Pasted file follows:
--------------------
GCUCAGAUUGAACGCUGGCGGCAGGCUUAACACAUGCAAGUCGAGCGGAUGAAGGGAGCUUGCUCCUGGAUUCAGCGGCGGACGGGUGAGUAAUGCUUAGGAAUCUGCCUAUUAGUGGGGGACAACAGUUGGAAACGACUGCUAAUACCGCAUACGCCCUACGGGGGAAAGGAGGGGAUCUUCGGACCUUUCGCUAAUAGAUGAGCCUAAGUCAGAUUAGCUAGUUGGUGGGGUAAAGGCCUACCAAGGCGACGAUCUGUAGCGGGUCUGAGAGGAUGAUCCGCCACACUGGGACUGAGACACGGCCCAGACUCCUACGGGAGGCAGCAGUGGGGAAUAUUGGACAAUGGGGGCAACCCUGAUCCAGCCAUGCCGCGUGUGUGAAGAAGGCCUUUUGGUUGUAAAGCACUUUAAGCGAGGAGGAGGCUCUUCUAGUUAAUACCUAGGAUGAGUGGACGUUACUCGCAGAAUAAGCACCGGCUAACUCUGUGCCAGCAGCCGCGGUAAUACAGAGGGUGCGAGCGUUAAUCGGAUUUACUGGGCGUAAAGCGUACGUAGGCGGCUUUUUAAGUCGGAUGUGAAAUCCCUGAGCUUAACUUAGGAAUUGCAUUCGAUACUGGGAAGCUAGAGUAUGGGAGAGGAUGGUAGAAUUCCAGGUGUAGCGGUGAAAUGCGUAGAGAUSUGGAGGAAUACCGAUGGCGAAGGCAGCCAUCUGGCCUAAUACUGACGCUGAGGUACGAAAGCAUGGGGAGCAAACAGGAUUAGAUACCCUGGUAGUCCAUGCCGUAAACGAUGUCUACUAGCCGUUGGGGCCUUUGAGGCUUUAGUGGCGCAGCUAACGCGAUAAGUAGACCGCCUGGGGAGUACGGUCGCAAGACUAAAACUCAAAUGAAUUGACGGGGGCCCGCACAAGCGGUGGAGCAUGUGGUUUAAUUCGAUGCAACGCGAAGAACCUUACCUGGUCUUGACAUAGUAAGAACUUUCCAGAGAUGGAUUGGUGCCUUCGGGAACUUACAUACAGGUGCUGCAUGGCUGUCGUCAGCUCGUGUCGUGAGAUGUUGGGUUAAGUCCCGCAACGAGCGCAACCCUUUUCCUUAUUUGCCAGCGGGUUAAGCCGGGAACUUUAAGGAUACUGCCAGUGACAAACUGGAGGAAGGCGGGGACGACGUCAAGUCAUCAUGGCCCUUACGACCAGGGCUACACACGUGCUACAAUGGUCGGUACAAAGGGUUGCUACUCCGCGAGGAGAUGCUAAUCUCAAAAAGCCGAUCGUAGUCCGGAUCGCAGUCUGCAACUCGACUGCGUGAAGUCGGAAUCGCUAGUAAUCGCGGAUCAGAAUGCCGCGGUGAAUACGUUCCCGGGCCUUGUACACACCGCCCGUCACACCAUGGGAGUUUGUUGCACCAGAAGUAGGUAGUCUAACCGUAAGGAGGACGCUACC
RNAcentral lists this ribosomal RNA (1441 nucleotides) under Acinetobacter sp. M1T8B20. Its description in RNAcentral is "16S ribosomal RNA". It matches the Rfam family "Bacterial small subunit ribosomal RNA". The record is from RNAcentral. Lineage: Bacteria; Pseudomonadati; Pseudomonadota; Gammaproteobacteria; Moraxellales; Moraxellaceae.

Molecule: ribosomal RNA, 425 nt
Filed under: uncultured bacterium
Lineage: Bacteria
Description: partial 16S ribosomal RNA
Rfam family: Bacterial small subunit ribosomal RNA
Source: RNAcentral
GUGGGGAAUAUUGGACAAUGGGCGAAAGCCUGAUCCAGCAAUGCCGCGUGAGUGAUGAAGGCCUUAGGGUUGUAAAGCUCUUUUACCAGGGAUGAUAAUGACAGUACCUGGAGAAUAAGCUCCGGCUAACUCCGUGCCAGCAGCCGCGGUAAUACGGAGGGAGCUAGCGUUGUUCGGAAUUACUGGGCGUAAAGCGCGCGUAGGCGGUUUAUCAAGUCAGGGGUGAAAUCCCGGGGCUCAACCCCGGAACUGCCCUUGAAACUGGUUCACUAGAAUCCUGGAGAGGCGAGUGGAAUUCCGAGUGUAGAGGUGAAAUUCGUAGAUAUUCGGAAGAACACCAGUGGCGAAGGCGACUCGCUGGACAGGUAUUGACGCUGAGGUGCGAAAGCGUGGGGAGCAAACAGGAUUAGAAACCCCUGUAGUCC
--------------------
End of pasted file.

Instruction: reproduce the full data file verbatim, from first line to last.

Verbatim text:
GCUCAGAUUGAACGCUGGCGGCAGGCUUAACACAUGCAAGUCGAGCGGAUGAAGGGAGCUUGCUCCUGGAUUCAGCGGCGGACGGGUGAGUAAUGCUUAGGAAUCUGCCUAUUAGUGGGGGACAACAGUUGGAAACGACUGCUAAUACCGCAUACGCCCUACGGGGGAAAGGAGGGGAUCUUCGGACCUUUCGCUAAUAGAUGAGCCUAAGUCAGAUUAGCUAGUUGGUGGGGUAAAGGCCUACCAAGGCGACGAUCUGUAGCGGGUCUGAGAGGAUGAUCCGCCACACUGGGACUGAGACACGGCCCAGACUCCUACGGGAGGCAGCAGUGGGGAAUAUUGGACAAUGGGGGCAACCCUGAUCCAGCCAUGCCGCGUGUGUGAAGAAGGCCUUUUGGUUGUAAAGCACUUUAAGCGAGGAGGAGGCUCUUCUAGUUAAUACCUAGGAUGAGUGGACGUUACUCGCAGAAUAAGCACCGGCUAACUCUGUGCCAGCAGCCGCGGUAAUACAGAGGGUGCGAGCGUUAAUCGGAUUUACUGGGCGUAAAGCGUACGUAGGCGGCUUUUUAAGUCGGAUGUGAAAUCCCUGAGCUUAACUUAGGAAUUGCAUUCGAUACUGGGAAGCUAGAGUAUGGGAGAGGAUGGUAGAAUUCCAGGUGUAGCGGUGAAAUGCGUAGAGAUSUGGAGGAAUACCGAUGGCGAAGGCAGCCAUCUGGCCUAAUACUGACGCUGAGGUACGAAAGCAUGGGGAGCAAACAGGAUUAGAUACCCUGGUAGUCCAUGCCGUAAACGAUGUCUACUAGCCGUUGGGGCCUUUGAGGCUUUAGUGGCGCAGCUAACGCGAUAAGUAGACCGCCUGGGGAGUACGGUCGCAAGACUAAAACUCAAAUGAAUUGACGGGGGCCCGCACAAGCGGUGGAGCAUGUGGUUUAAUUCGAUGCAACGCGAAGAACCUUACCUGGUCUUGACAUAGUAAGAACUUUCCAGAGAUGGAUUGGUGCCUUCGGGAACUUACAUACAGGUGCUGCAUGGCUGUCGUCAGCUCGUGUCGUGAGAUGUUGGGUUAAGUCCCGCAACGAGCGCAACCCUUUUCCUUAUUUGCCAGCGGGUUAAGCCGGGAACUUUAAGGAUACUGCCAGUGACAAACUGGAGGAAGGCGGGGACGACGUCAAGUCAUCAUGGCCCUUACGACCAGGGCUACACACGUGCUACAAUGGUCGGUACAAAGGGUUGCUACUCCGCGAGGAGAUGCUAAUCUCAAAAAGCCGAUCGUAGUCCGGAUCGCAGUCUGCAACUCGACUGCGUGAAGUCGGAAUCGCUAGUAAUCGCGGAUCAGAAUGCCGCGGUGAAUACGUUCCCGGGCCUUGUACACACCGCCCGUCACACCAUGGGAGUUUGUUGCACCAGAAGUAGGUAGUCUAACCGUAAGGAGGACGCUACC
RNAcentral lists this ribosomal RNA (1441 nucleotides) under Acinetobacter sp. M1T8B20. Its description in RNAcentral is "16S ribosomal RNA". It matches the Rfam family "Bacterial small subunit ribosomal RNA". The record is from RNAcentral. Lineage: Bacteria; Pseudomonadati; Pseudomonadota; Gammaproteobacteria; Moraxellales; Moraxellaceae.

Molecule: ribosomal RNA, 425 nt
Filed under: uncultured bacterium
Lineage: Bacteria
Description: partial 16S ribosomal RNA
Rfam family: Bacterial small subunit ribosomal RNA
Source: RNAcentral
GUGGGGAAUAUUGGACAAUGGGCGAAAGCCUGAUCCAGCAAUGCCGCGUGAGUGAUGAAGGCCUUAGGGUUGUAAAGCUCUUUUACCAGGGAUGAUAAUGACAGUACCUGGAGAAUAAGCUCCGGCUAACUCCGUGCCAGCAGCCGCGGUAAUACGGAGGGAGCUAGCGUUGUUCGGAAUUACUGGGCGUAAAGCGCGCGUAGGCGGUUUAUCAAGUCAGGGGUGAAAUCCCGGGGCUCAACCCCGGAACUGCCCUUGAAACUGGUUCACUAGAAUCCUGGAGAGGCGAGUGGAAUUCCGAGUGUAGAGGUGAAAUUCGUAGAUAUUCGGAAGAACACCAGUGGCGAAGGCGACUCGCUGGACAGGUAUUGACGCUGAGGUGCGAAAGCGUGGGGAGCAAACAGGAUUAGAAACCCCUGUAGUCC